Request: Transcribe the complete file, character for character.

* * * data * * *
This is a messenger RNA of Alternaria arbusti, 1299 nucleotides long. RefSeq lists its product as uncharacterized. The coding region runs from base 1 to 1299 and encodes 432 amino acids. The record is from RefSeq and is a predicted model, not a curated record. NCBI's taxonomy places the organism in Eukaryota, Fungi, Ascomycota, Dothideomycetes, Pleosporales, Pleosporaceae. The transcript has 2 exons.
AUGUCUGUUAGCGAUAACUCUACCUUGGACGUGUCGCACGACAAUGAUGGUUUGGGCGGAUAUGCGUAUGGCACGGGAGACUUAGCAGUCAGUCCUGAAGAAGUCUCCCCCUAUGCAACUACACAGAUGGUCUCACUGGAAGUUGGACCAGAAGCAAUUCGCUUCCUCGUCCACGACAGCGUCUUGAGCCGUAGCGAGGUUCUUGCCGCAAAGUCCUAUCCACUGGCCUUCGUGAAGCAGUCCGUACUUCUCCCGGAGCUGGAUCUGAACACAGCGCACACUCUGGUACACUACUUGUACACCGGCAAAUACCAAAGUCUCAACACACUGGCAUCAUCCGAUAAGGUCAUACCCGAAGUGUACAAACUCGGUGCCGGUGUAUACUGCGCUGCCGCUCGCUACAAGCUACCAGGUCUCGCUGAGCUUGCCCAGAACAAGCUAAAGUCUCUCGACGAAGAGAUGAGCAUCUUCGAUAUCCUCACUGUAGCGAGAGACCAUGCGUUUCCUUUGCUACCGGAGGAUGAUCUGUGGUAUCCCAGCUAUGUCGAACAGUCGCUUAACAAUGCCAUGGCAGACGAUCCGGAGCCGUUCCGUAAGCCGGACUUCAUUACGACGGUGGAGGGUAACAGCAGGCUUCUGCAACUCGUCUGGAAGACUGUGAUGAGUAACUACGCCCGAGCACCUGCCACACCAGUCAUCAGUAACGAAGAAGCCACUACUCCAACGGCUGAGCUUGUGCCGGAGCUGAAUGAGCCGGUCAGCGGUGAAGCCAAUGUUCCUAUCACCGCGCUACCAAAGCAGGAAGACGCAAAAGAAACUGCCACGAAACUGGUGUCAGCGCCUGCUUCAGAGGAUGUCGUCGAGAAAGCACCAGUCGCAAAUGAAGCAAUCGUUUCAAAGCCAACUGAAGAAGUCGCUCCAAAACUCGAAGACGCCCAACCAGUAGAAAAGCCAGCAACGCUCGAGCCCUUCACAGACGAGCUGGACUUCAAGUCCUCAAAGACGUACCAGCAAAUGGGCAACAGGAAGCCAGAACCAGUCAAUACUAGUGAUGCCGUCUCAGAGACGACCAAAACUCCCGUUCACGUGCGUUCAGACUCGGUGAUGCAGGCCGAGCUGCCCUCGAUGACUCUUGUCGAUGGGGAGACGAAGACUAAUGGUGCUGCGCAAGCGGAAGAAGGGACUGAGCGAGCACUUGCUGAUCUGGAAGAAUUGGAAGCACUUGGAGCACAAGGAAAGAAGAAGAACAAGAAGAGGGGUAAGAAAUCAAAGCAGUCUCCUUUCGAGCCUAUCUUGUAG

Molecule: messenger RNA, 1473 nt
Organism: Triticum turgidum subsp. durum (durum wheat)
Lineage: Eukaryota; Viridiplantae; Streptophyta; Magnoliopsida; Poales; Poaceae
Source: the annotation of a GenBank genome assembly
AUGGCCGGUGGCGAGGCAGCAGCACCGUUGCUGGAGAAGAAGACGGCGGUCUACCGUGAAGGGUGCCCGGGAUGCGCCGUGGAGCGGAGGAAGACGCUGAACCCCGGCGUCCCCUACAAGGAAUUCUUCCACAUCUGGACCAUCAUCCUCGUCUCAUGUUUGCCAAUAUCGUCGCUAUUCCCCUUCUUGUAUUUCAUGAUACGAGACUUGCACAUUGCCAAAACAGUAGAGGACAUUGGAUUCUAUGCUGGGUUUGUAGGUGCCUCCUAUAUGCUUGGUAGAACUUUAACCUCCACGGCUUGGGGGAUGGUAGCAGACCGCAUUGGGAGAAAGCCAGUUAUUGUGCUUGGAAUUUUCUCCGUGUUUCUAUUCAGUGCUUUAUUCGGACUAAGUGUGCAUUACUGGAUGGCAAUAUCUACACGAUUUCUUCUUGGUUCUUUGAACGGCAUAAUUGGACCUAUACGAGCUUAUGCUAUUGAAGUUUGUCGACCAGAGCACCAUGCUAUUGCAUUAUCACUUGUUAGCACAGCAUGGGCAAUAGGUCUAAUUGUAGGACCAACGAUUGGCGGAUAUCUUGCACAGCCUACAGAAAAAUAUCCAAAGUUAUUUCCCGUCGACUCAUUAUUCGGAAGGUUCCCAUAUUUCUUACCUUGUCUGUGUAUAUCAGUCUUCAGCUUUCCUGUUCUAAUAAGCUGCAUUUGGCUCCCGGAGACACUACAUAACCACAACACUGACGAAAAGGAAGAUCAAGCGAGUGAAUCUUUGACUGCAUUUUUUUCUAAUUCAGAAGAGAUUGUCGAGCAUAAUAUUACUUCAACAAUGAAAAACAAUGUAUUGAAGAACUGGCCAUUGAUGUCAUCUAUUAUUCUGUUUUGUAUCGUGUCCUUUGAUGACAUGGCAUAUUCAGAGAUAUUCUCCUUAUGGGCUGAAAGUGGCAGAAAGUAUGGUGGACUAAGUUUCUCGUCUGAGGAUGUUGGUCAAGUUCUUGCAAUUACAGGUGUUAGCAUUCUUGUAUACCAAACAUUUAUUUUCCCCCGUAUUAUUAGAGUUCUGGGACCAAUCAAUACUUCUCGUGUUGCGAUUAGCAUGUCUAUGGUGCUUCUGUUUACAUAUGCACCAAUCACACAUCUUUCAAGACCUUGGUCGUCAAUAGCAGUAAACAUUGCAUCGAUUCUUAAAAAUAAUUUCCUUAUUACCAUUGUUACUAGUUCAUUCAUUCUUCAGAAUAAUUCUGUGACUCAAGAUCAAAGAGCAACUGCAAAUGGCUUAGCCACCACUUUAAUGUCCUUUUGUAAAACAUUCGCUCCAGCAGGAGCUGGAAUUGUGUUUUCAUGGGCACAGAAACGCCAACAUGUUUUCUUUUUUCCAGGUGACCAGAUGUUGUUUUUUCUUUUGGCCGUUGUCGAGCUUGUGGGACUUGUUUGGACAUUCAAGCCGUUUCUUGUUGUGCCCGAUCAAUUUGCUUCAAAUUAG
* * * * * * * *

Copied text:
This is a messenger RNA of Alternaria arbusti, 1299 nucleotides long. RefSeq lists its product as uncharacterized. The coding region runs from base 1 to 1299 and encodes 432 amino acids. The record is from RefSeq and is a predicted model, not a curated record. NCBI's taxonomy places the organism in Eukaryota, Fungi, Ascomycota, Dothideomycetes, Pleosporales, Pleosporaceae. The transcript has 2 exons.
AUGUCUGUUAGCGAUAACUCUACCUUGGACGUGUCGCACGACAAUGAUGGUUUGGGCGGAUAUGCGUAUGGCACGGGAGACUUAGCAGUCAGUCCUGAAGAAGUCUCCCCCUAUGCAACUACACAGAUGGUCUCACUGGAAGUUGGACCAGAAGCAAUUCGCUUCCUCGUCCACGACAGCGUCUUGAGCCGUAGCGAGGUUCUUGCCGCAAAGUCCUAUCCACUGGCCUUCGUGAAGCAGUCCGUACUUCUCCCGGAGCUGGAUCUGAACACAGCGCACACUCUGGUACACUACUUGUACACCGGCAAAUACCAAAGUCUCAACACACUGGCAUCAUCCGAUAAGGUCAUACCCGAAGUGUACAAACUCGGUGCCGGUGUAUACUGCGCUGCCGCUCGCUACAAGCUACCAGGUCUCGCUGAGCUUGCCCAGAACAAGCUAAAGUCUCUCGACGAAGAGAUGAGCAUCUUCGAUAUCCUCACUGUAGCGAGAGACCAUGCGUUUCCUUUGCUACCGGAGGAUGAUCUGUGGUAUCCCAGCUAUGUCGAACAGUCGCUUAACAAUGCCAUGGCAGACGAUCCGGAGCCGUUCCGUAAGCCGGACUUCAUUACGACGGUGGAGGGUAACAGCAGGCUUCUGCAACUCGUCUGGAAGACUGUGAUGAGUAACUACGCCCGAGCACCUGCCACACCAGUCAUCAGUAACGAAGAAGCCACUACUCCAACGGCUGAGCUUGUGCCGGAGCUGAAUGAGCCGGUCAGCGGUGAAGCCAAUGUUCCUAUCACCGCGCUACCAAAGCAGGAAGACGCAAAAGAAACUGCCACGAAACUGGUGUCAGCGCCUGCUUCAGAGGAUGUCGUCGAGAAAGCACCAGUCGCAAAUGAAGCAAUCGUUUCAAAGCCAACUGAAGAAGUCGCUCCAAAACUCGAAGACGCCCAACCAGUAGAAAAGCCAGCAACGCUCGAGCCCUUCACAGACGAGCUGGACUUCAAGUCCUCAAAGACGUACCAGCAAAUGGGCAACAGGAAGCCAGAACCAGUCAAUACUAGUGAUGCCGUCUCAGAGACGACCAAAACUCCCGUUCACGUGCGUUCAGACUCGGUGAUGCAGGCCGAGCUGCCCUCGAUGACUCUUGUCGAUGGGGAGACGAAGACUAAUGGUGCUGCGCAAGCGGAAGAAGGGACUGAGCGAGCACUUGCUGAUCUGGAAGAAUUGGAAGCACUUGGAGCACAAGGAAAGAAGAAGAACAAGAAGAGGGGUAAGAAAUCAAAGCAGUCUCCUUUCGAGCCUAUCUUGUAG

Molecule: messenger RNA, 1473 nt
Organism: Triticum turgidum subsp. durum (durum wheat)
Lineage: Eukaryota; Viridiplantae; Streptophyta; Magnoliopsida; Poales; Poaceae
Source: the annotation of a GenBank genome assembly
AUGGCCGGUGGCGAGGCAGCAGCACCGUUGCUGGAGAAGAAGACGGCGGUCUACCGUGAAGGGUGCCCGGGAUGCGCCGUGGAGCGGAGGAAGACGCUGAACCCCGGCGUCCCCUACAAGGAAUUCUUCCACAUCUGGACCAUCAUCCUCGUCUCAUGUUUGCCAAUAUCGUCGCUAUUCCCCUUCUUGUAUUUCAUGAUACGAGACUUGCACAUUGCCAAAACAGUAGAGGACAUUGGAUUCUAUGCUGGGUUUGUAGGUGCCUCCUAUAUGCUUGGUAGAACUUUAACCUCCACGGCUUGGGGGAUGGUAGCAGACCGCAUUGGGAGAAAGCCAGUUAUUGUGCUUGGAAUUUUCUCCGUGUUUCUAUUCAGUGCUUUAUUCGGACUAAGUGUGCAUUACUGGAUGGCAAUAUCUACACGAUUUCUUCUUGGUUCUUUGAACGGCAUAAUUGGACCUAUACGAGCUUAUGCUAUUGAAGUUUGUCGACCAGAGCACCAUGCUAUUGCAUUAUCACUUGUUAGCACAGCAUGGGCAAUAGGUCUAAUUGUAGGACCAACGAUUGGCGGAUAUCUUGCACAGCCUACAGAAAAAUAUCCAAAGUUAUUUCCCGUCGACUCAUUAUUCGGAAGGUUCCCAUAUUUCUUACCUUGUCUGUGUAUAUCAGUCUUCAGCUUUCCUGUUCUAAUAAGCUGCAUUUGGCUCCCGGAGACACUACAUAACCACAACACUGACGAAAAGGAAGAUCAAGCGAGUGAAUCUUUGACUGCAUUUUUUUCUAAUUCAGAAGAGAUUGUCGAGCAUAAUAUUACUUCAACAAUGAAAAACAAUGUAUUGAAGAACUGGCCAUUGAUGUCAUCUAUUAUUCUGUUUUGUAUCGUGUCCUUUGAUGACAUGGCAUAUUCAGAGAUAUUCUCCUUAUGGGCUGAAAGUGGCAGAAAGUAUGGUGGACUAAGUUUCUCGUCUGAGGAUGUUGGUCAAGUUCUUGCAAUUACAGGUGUUAGCAUUCUUGUAUACCAAACAUUUAUUUUCCCCCGUAUUAUUAGAGUUCUGGGACCAAUCAAUACUUCUCGUGUUGCGAUUAGCAUGUCUAUGGUGCUUCUGUUUACAUAUGCACCAAUCACACAUCUUUCAAGACCUUGGUCGUCAAUAGCAGUAAACAUUGCAUCGAUUCUUAAAAAUAAUUUCCUUAUUACCAUUGUUACUAGUUCAUUCAUUCUUCAGAAUAAUUCUGUGACUCAAGAUCAAAGAGCAACUGCAAAUGGCUUAGCCACCACUUUAAUGUCCUUUUGUAAAACAUUCGCUCCAGCAGGAGCUGGAAUUGUGUUUUCAUGGGCACAGAAACGCCAACAUGUUUUCUUUUUUCCAGGUGACCAGAUGUUGUUUUUUCUUUUGGCCGUUGUCGAGCUUGUGGGACUUGUUUGGACAUUCAAGCCGUUUCUUGUUGUGCCCGAUCAAUUUGCUUCAAAUUAG